The Unpopulist Presidency

It’s hard to learn history when it started in January.  You can’t forget what happened in the 1800s if you never learn it.  Those not interested in the dumb corded-phone past may nonetheless enjoy learning the ghost of some old dude haunts the Oval Office.  Ask the incumbent who William Jennings Bryan is for a mirthful break from the day’s crude updates.  Donald Trump presumes he’s some low-energy twit at National Review.

Those who are aware of what happened before breakfast feel like the preening masks something old familiar.  The embodiment of populism is finally president, at least in spirit.  Bryan’s beliefs made it to the White House on the fourth try thanks to someone who wasn’t trying at all.

The fascination with shiny pricey metals indicates WJB may be reincarnated.  The man he’s inhabiting is a fan of all things golden. It obviously represents the awesome level of success you’d expect from someone who made owning everything in the Sharper Image catalog a life goal.  The actual valuable resource is tougher to acquire. He’s not a collector of solid bars, which anyone paying attention could’ve told you by 1989.

As for a century before that, free silver was somehow the day’s biggest issue.  I’d love to get some today along with a liquor store who’ll accept it as currency.  Bryan was the biggest fan, but not because of anything he believed.  The man who couldn’t beat McKinley famously said “The people of Nebraska are for free silver and I am for free silver. I will look up the arguments later.” No politician would ever declare something so goofily pandering in these sophisticated modern times.  Now, let’s keep forcing insurers to sell their product because the public thinks it’s mean.

Classic ideas are the most rotten over time.  Another politician is indulging in the worst thing possible, namely doing what people want.  Have you met any?  Yikes.  Click a trending hashtag for a frightening glimpse of what happens when humans get free reign.  Doing as polls wish is an easy way to get support and the worst way to fix the country. Even worse, cheaply expensive bribes only work so many times.  Good luck winning an election after circumstances turn because you obeyed the popular will.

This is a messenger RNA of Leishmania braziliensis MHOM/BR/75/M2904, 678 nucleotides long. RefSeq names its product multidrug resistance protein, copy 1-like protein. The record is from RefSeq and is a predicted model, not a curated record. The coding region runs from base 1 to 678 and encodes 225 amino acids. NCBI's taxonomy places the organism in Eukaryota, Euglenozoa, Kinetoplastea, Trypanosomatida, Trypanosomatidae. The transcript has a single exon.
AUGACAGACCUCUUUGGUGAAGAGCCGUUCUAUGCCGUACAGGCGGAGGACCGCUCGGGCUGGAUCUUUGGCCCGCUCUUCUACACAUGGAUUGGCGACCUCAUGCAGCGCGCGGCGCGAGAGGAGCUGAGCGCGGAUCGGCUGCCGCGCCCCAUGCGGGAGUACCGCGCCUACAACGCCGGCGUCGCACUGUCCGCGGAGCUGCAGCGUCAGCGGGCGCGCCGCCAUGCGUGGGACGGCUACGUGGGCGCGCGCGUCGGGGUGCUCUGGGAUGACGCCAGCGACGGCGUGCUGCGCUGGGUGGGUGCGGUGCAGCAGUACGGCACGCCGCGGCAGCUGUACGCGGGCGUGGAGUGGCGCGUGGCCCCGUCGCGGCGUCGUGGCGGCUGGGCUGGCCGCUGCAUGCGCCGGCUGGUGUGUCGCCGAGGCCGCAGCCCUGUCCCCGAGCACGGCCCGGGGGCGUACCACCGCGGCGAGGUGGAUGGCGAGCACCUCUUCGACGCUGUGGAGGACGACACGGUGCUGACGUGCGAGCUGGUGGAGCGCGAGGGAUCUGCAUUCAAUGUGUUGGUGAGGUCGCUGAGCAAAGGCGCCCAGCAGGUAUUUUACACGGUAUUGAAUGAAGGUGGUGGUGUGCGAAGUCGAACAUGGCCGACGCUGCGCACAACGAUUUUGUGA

Trump may be marginally better at sensing what’s right than the typical liberal, although he remains their frequent ideological pal.  The fact they are as horrified that Trump often agrees with them as they are by the idea of promotions almost makes this all worth it.  An occasional sop to Republicans is more for him to remember what party he’s presently in than any demonstration of principles.  Think of George R.R. Martin trotting out the occasional dragon only to shut up frustrated fans.

It’s important to know which people to patronize.  Trump likes demean his very fans who claim their foes like being humiliated, which at least shows an inadvertent sense of humor.  Get amusement where you can. Sure, he ruined the party.  But he inspired insane protests by lunatics who agree with most of his policies.  And there is his welcome instinct to condemn terrorism as a basic threat to civilization, which shouldn’t be novel as it is.

Our sweet fellow countrymen think he’ll do what they want, which is a guaranteed way to be very happy and never ever disappointed.  Leaders are totally going to fulfill promises, including those you only thought you heard.  The uncommon adoration for Trump is amusingly held up as a virtue.  It only shows that the zombie parasite infects on a bipartisan basis.  A president should have some idea of what he’s going to support.  But he has to have ideas first.

There’s good news for anyone who feared having to think for themselves.  The perpetually retired Barack Obama dictating what was best for everyone trained us for domination.  Now, we get a leader who’s both bossy and eager to appease.  Party and personality change notwithstanding, the government will fix it no matter what’s broken.  Your busted taillight just needs a sledgehammering.  Both repairmen create the same results, and isn’t it nice to agree?

It’s not that people need to be told what to do.  In fact, it’s the opposite: the populace should be made to figure things out on their own.  Stop expecting the president to heed your whims.  Doing what they want rather than having politicians hand it to them would set a dangerous political precedent, so do that.  Our present 19th-century approach working as well as expected in our own times.  We always hope a leader will do what the people want.  But it’s usually not us.

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